Whatever the reason, finances or maturity, I did not achieve my dream of going away to college. I spent two years at the neighborhood community colleges, completing most of my general education classes and earning an AA degree. The man I eventually married called it “high school with ash trays.” I continued to work while attending classes. When I finished there, I transferred to a local commuter college about 15 miles from the home where I lived with my family. Four years and about $2000 (all in) later, I proudly graduated. I had my degree. I had set myself up to move respectably into a stable government job. I had a bachelor’s degree, but I do not think I can say I really had the “college experience.”
Years past. I married immediately after graduation. I did well on my job. While just scraping by in the early years, I could take care of myself and my husband financially. I continued to progress in my career. I received promotions and pay raises. Eventually, Congress passed a federal pay reform act that resulted in me being quite well-paid. I bought a tiny condominium in southern California. I retired with a nice pension, sold my condo at a great profit, and bought my sweet little house here in Florida.
My career also provided me with enough money to take vacations. Over the course of the years, I visited Williamsburg, VA several times. My parents spent their honeymoon there and we stopped there when driving across country for a family wedding when I was about twelve. I went once on my own as an adult. Max and I have been there three or four times. I love the place. On the first trip Max and I took, I realized that the College of William of Mary (where we spent a good deal of time on that trip) was the college or my fantasies. That was the campus that exemplified the college experience my novels described.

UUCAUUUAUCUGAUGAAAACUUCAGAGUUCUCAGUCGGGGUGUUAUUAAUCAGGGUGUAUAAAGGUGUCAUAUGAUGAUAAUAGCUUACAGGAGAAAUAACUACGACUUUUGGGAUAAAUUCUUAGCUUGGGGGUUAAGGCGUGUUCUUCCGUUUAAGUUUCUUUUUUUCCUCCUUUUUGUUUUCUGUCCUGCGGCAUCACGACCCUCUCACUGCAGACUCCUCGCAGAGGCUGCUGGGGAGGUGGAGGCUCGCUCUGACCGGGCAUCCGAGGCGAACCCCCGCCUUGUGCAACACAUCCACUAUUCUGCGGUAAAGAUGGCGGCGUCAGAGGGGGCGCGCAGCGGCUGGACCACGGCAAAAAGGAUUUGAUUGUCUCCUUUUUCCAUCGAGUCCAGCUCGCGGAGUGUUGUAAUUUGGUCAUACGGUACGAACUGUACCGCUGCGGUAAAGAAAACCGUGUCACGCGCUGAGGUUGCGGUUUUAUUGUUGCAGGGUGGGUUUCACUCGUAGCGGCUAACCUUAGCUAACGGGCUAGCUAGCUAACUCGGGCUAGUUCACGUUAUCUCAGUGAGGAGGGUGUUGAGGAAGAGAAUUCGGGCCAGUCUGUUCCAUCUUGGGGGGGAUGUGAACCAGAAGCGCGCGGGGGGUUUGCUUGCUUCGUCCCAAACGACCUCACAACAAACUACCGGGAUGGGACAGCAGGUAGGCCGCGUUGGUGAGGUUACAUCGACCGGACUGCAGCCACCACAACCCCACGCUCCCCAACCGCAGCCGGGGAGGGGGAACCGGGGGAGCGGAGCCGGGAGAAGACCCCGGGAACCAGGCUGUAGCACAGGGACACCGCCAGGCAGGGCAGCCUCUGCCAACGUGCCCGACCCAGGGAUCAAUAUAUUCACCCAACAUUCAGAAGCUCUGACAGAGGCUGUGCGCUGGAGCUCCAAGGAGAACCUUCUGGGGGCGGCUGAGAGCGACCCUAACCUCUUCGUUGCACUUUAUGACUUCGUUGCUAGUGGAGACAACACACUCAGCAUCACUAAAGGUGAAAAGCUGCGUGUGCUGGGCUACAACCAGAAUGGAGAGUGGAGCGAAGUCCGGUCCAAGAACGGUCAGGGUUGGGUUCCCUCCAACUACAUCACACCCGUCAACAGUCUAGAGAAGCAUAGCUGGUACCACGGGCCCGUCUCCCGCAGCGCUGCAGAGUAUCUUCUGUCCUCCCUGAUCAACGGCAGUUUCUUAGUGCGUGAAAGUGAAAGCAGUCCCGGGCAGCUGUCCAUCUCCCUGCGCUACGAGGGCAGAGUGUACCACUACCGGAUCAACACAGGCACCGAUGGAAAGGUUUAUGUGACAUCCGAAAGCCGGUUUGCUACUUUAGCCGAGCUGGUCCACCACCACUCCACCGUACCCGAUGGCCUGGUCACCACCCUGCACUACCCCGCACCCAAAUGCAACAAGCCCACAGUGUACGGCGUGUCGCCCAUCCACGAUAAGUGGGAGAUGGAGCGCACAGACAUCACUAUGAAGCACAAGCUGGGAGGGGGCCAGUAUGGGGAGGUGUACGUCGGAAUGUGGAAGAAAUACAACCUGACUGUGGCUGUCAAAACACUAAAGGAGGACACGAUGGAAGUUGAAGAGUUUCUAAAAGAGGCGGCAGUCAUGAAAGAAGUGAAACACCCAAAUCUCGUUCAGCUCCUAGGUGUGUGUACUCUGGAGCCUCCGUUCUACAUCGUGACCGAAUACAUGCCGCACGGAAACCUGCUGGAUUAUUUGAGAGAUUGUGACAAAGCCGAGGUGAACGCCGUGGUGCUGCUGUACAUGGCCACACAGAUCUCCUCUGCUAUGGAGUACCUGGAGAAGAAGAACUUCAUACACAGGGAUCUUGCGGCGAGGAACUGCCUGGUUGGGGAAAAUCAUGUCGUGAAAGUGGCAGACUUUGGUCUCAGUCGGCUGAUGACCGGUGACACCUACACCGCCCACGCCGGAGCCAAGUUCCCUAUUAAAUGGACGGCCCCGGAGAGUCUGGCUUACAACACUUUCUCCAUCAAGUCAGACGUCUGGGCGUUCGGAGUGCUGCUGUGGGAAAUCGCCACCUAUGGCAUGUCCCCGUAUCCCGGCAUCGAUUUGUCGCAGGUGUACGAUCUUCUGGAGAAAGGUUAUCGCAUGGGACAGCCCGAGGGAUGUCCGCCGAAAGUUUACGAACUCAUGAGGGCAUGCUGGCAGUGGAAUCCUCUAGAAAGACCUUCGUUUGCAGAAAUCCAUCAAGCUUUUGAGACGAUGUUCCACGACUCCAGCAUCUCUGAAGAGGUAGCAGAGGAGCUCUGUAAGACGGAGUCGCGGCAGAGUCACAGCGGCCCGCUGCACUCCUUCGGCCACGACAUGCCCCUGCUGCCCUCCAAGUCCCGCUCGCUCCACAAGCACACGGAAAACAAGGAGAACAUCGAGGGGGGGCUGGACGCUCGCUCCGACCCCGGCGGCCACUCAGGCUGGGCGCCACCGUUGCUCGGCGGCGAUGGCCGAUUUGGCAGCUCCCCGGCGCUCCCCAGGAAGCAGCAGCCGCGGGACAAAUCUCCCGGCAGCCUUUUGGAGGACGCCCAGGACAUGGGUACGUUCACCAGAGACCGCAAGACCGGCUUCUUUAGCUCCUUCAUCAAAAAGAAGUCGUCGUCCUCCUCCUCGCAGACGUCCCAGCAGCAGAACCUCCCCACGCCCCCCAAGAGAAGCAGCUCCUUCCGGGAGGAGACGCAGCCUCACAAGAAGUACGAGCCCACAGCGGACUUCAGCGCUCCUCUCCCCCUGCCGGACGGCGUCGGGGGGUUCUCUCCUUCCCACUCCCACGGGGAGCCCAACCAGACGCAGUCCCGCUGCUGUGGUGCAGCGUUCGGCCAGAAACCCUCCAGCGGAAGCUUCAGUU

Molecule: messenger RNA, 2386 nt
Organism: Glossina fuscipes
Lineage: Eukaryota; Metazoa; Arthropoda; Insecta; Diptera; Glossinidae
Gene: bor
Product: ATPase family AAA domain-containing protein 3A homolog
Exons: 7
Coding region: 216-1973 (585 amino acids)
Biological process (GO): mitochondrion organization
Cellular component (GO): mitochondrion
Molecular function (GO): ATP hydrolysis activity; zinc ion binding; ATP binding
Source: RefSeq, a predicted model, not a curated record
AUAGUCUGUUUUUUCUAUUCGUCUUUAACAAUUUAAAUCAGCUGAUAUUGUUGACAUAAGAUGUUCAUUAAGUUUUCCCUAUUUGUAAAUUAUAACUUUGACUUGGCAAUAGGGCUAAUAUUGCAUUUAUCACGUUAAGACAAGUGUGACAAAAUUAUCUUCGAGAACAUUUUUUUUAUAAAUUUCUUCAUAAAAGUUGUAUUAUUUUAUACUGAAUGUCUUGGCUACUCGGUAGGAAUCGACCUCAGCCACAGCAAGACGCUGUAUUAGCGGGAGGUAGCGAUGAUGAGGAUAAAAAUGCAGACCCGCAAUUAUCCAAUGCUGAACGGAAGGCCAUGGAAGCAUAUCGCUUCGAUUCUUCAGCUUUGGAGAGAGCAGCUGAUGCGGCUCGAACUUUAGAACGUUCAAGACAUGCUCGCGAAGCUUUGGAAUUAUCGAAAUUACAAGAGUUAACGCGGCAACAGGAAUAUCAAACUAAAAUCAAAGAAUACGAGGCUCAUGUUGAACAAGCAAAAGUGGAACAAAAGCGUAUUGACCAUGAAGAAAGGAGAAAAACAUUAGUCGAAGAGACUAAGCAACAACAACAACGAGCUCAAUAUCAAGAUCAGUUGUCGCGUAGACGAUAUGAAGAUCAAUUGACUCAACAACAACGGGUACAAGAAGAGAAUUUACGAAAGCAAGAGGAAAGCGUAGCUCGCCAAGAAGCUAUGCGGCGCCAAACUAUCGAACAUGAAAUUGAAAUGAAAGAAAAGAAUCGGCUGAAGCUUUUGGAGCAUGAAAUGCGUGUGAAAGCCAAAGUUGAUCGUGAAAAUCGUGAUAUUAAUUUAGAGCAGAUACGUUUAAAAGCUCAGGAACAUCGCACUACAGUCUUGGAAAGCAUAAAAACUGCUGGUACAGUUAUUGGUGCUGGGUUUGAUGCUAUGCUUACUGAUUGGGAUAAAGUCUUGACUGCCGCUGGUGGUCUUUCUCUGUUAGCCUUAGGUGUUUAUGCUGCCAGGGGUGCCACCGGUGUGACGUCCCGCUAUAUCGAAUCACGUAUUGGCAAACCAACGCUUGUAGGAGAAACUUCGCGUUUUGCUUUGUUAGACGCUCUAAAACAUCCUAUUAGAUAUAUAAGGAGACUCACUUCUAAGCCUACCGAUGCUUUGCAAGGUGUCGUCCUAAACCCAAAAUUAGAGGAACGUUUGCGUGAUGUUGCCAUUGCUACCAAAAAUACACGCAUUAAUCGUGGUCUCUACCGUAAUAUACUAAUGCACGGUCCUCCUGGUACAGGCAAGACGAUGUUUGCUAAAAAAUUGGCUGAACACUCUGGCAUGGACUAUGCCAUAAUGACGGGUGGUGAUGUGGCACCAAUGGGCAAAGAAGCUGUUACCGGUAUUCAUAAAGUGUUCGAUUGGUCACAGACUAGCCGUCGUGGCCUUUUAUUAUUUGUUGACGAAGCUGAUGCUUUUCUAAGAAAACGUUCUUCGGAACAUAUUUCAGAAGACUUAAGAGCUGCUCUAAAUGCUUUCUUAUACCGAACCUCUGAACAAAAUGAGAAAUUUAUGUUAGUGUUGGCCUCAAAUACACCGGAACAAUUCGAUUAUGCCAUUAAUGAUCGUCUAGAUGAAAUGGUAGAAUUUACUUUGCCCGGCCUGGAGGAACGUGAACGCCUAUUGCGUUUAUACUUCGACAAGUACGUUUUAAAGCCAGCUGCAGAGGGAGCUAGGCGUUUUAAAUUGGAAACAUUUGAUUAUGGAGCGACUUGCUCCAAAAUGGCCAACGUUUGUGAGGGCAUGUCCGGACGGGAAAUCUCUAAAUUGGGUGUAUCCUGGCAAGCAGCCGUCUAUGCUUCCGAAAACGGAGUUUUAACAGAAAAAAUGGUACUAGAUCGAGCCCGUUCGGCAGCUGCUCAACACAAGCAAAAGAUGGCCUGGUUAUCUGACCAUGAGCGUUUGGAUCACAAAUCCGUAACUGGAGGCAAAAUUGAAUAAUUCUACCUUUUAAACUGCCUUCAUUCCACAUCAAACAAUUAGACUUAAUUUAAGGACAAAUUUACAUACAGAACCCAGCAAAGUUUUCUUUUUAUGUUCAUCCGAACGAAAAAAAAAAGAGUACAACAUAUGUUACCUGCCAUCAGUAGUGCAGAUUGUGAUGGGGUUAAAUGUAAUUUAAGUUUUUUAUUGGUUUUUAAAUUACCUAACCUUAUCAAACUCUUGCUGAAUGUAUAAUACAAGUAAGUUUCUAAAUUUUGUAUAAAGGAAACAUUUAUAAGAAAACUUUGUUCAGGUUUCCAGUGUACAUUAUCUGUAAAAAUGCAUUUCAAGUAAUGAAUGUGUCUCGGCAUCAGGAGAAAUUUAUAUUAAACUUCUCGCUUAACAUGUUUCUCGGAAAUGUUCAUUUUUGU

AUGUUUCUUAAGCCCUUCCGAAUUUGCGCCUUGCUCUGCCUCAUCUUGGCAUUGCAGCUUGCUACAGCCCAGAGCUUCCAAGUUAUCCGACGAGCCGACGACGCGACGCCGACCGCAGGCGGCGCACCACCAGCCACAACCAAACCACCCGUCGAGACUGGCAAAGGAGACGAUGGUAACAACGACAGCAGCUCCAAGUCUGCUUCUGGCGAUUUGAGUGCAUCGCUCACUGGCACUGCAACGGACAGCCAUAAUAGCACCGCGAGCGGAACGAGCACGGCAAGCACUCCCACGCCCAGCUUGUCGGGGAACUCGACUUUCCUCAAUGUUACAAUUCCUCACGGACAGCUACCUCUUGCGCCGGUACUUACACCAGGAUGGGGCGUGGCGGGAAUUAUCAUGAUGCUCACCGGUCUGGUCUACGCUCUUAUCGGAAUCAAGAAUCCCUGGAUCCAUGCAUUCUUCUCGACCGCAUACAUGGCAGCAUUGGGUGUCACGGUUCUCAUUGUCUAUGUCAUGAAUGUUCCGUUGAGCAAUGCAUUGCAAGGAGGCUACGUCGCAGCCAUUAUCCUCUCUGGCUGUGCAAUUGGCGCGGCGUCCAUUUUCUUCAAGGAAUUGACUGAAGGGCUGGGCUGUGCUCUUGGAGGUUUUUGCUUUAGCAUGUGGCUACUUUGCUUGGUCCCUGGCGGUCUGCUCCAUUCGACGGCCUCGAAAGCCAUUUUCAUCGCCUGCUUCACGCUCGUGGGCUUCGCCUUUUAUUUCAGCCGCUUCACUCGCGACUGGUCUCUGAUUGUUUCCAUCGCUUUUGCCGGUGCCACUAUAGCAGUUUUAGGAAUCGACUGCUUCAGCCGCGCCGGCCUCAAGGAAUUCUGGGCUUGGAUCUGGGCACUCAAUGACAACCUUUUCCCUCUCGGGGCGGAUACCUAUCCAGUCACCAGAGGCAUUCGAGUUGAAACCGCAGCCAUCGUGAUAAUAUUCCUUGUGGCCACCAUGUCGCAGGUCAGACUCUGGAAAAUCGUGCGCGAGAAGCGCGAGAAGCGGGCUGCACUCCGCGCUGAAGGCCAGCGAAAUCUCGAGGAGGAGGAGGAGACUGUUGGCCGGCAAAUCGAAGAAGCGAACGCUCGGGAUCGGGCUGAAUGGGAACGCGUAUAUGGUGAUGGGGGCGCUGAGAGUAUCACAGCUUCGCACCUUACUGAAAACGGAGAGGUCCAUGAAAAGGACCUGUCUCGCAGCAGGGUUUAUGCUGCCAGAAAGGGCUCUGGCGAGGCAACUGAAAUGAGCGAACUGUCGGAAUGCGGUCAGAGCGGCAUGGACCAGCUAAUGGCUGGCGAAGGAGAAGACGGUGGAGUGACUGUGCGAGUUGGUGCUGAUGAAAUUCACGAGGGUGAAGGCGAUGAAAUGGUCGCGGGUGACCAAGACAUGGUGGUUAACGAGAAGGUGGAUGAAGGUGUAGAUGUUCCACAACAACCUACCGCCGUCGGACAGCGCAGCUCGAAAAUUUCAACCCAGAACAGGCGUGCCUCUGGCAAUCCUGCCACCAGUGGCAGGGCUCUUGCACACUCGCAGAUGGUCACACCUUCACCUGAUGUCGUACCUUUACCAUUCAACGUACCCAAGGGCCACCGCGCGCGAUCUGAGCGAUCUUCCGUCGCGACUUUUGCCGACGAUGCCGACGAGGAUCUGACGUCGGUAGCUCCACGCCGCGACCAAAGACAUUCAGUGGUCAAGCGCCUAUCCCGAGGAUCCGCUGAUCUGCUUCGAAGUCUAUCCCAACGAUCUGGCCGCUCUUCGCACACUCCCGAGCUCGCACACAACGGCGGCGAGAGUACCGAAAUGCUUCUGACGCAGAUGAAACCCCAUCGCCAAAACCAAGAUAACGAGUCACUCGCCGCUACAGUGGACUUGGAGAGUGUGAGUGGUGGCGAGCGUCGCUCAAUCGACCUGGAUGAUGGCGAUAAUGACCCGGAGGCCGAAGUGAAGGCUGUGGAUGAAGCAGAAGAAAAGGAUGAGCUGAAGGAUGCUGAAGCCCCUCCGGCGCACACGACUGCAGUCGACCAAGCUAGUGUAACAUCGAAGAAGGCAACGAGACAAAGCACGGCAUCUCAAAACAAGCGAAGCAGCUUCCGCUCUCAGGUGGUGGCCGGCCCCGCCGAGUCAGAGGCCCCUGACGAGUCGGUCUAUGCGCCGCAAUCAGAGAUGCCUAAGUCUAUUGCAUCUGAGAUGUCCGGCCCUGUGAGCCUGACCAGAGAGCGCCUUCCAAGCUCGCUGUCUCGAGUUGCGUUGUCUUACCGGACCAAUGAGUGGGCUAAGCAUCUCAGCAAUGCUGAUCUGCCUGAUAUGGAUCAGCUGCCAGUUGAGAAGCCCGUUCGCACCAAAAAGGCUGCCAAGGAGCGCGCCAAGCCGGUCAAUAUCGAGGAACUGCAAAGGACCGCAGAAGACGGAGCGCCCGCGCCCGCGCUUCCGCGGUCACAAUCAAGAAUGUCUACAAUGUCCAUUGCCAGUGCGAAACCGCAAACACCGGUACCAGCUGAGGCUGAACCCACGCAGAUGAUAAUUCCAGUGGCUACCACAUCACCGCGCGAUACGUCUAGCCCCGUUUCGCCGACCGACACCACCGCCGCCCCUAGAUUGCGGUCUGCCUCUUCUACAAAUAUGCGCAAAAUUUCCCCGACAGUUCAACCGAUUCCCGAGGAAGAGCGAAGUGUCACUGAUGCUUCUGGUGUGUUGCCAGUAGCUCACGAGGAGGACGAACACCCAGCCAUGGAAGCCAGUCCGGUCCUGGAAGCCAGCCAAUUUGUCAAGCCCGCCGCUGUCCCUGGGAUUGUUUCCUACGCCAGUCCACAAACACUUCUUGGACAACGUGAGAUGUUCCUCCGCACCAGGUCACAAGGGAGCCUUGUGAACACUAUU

Now, I cannot really go back and start my college days over again. I would not even want to do that. However, in retirement I have been busy thinking about how I can capture some of what I would have wanted from that experience. I did some research and found out that William and Mary has something called the Osher Lifelong Learning Institute. It offers a wide variety of limited time classes for people (aimed at the senior citizen population but open to anyone) who just want to learn “stuff.” Because of COVID, their offerings have been done through Zoom and other distance learning platforms this past year. This allowed me the opportunity to participate. For the price of $135, one could sign up for as many as eight classes in the semester. I got a bit of a late start and some of the courses that drew my attention were full when I registered, but I did sign up for two classes during the spring semester. This involved 4 sessions and added up to about 8 hours of instruction. It was terrific! It was so good, I am continuing this summer. The summer session is even less expensive, and I have four classes I will be taking.
Last month, when Max and I were in Williamsburg, we walked around the campus again and I felt such a sense of connection. It was so indescribably satisfying. In the bookstore, there was a small stuffed bear in a graduation gown inscribed with the William and Mary logo. Max kept pushing me to bring the bear home with me. I resisted, insisting that I did not qualify to have the bear because I was only an “adjunct” student and certainly not a graduate. A few days after we got home, a neighbor came to our door to deliver a package that had been erroneously left on his porch. I opened the box and “Wilma” the bear was inside.
Sometimes, some facet of fantasy gets so enrooted in your soul, it qualifies as reality.
What event or decision in your life would you want to revisit and experience the road not taken the first time? Please share your perspective by leaving a comment. In the alternative, you can email me at firstname.lastname@example.org
Have a regret-free day!